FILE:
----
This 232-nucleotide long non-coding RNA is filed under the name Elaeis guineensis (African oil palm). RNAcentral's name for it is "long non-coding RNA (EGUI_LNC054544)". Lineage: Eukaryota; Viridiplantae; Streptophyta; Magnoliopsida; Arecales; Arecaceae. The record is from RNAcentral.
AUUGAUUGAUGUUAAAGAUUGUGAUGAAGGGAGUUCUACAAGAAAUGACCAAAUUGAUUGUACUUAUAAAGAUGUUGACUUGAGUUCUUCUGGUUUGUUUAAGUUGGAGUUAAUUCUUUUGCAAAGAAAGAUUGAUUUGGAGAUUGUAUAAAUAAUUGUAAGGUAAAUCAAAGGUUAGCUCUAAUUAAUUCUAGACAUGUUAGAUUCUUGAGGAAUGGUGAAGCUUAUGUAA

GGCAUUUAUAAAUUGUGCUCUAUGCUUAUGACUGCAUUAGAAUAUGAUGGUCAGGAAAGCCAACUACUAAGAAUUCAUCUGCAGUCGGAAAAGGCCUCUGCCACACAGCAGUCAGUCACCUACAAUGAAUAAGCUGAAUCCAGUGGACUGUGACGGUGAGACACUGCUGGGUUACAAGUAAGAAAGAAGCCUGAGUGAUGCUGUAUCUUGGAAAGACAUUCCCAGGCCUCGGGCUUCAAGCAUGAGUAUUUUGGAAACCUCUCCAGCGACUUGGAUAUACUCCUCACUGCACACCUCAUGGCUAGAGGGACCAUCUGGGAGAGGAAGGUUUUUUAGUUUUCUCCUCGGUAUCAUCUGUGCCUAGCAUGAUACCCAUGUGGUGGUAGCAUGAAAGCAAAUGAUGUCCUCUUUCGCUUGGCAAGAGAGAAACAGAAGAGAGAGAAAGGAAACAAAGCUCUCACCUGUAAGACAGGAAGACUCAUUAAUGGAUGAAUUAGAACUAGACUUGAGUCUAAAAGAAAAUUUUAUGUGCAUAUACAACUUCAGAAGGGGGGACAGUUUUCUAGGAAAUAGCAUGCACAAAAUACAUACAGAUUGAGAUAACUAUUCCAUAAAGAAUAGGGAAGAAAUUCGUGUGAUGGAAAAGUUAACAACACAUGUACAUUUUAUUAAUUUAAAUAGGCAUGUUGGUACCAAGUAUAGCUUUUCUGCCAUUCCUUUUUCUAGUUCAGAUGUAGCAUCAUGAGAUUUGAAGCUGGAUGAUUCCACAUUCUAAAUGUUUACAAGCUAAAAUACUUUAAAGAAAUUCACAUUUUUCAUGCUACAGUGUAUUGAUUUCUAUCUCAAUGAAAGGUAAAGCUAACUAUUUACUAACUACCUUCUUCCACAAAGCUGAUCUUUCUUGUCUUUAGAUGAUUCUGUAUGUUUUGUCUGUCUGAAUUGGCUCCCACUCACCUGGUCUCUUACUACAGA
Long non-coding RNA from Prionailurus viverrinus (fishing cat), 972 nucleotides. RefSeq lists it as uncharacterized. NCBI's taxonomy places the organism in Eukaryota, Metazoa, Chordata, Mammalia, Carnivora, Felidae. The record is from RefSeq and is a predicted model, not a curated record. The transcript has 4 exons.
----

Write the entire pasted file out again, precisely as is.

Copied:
This 232-nucleotide long non-coding RNA is filed under the name Elaeis guineensis (African oil palm). RNAcentral's name for it is "long non-coding RNA (EGUI_LNC054544)". Lineage: Eukaryota; Viridiplantae; Streptophyta; Magnoliopsida; Arecales; Arecaceae. The record is from RNAcentral.
AUUGAUUGAUGUUAAAGAUUGUGAUGAAGGGAGUUCUACAAGAAAUGACCAAAUUGAUUGUACUUAUAAAGAUGUUGACUUGAGUUCUUCUGGUUUGUUUAAGUUGGAGUUAAUUCUUUUGCAAAGAAAGAUUGAUUUGGAGAUUGUAUAAAUAAUUGUAAGGUAAAUCAAAGGUUAGCUCUAAUUAAUUCUAGACAUGUUAGAUUCUUGAGGAAUGGUGAAGCUUAUGUAA

GGCAUUUAUAAAUUGUGCUCUAUGCUUAUGACUGCAUUAGAAUAUGAUGGUCAGGAAAGCCAACUACUAAGAAUUCAUCUGCAGUCGGAAAAGGCCUCUGCCACACAGCAGUCAGUCACCUACAAUGAAUAAGCUGAAUCCAGUGGACUGUGACGGUGAGACACUGCUGGGUUACAAGUAAGAAAGAAGCCUGAGUGAUGCUGUAUCUUGGAAAGACAUUCCCAGGCCUCGGGCUUCAAGCAUGAGUAUUUUGGAAACCUCUCCAGCGACUUGGAUAUACUCCUCACUGCACACCUCAUGGCUAGAGGGACCAUCUGGGAGAGGAAGGUUUUUUAGUUUUCUCCUCGGUAUCAUCUGUGCCUAGCAUGAUACCCAUGUGGUGGUAGCAUGAAAGCAAAUGAUGUCCUCUUUCGCUUGGCAAGAGAGAAACAGAAGAGAGAGAAAGGAAACAAAGCUCUCACCUGUAAGACAGGAAGACUCAUUAAUGGAUGAAUUAGAACUAGACUUGAGUCUAAAAGAAAAUUUUAUGUGCAUAUACAACUUCAGAAGGGGGGACAGUUUUCUAGGAAAUAGCAUGCACAAAAUACAUACAGAUUGAGAUAACUAUUCCAUAAAGAAUAGGGAAGAAAUUCGUGUGAUGGAAAAGUUAACAACACAUGUACAUUUUAUUAAUUUAAAUAGGCAUGUUGGUACCAAGUAUAGCUUUUCUGCCAUUCCUUUUUCUAGUUCAGAUGUAGCAUCAUGAGAUUUGAAGCUGGAUGAUUCCACAUUCUAAAUGUUUACAAGCUAAAAUACUUUAAAGAAAUUCACAUUUUUCAUGCUACAGUGUAUUGAUUUCUAUCUCAAUGAAAGGUAAAGCUAACUAUUUACUAACUACCUUCUUCCACAAAGCUGAUCUUUCUUGUCUUUAGAUGAUUCUGUAUGUUUUGUCUGUCUGAAUUGGCUCCCACUCACCUGGUCUCUUACUACAGA
Long non-coding RNA from Prionailurus viverrinus (fishing cat), 972 nucleotides. RefSeq lists it as uncharacterized. NCBI's taxonomy places the organism in Eukaryota, Metazoa, Chordata, Mammalia, Carnivora, Felidae. The record is from RefSeq and is a predicted model, not a curated record. The transcript has 4 exons.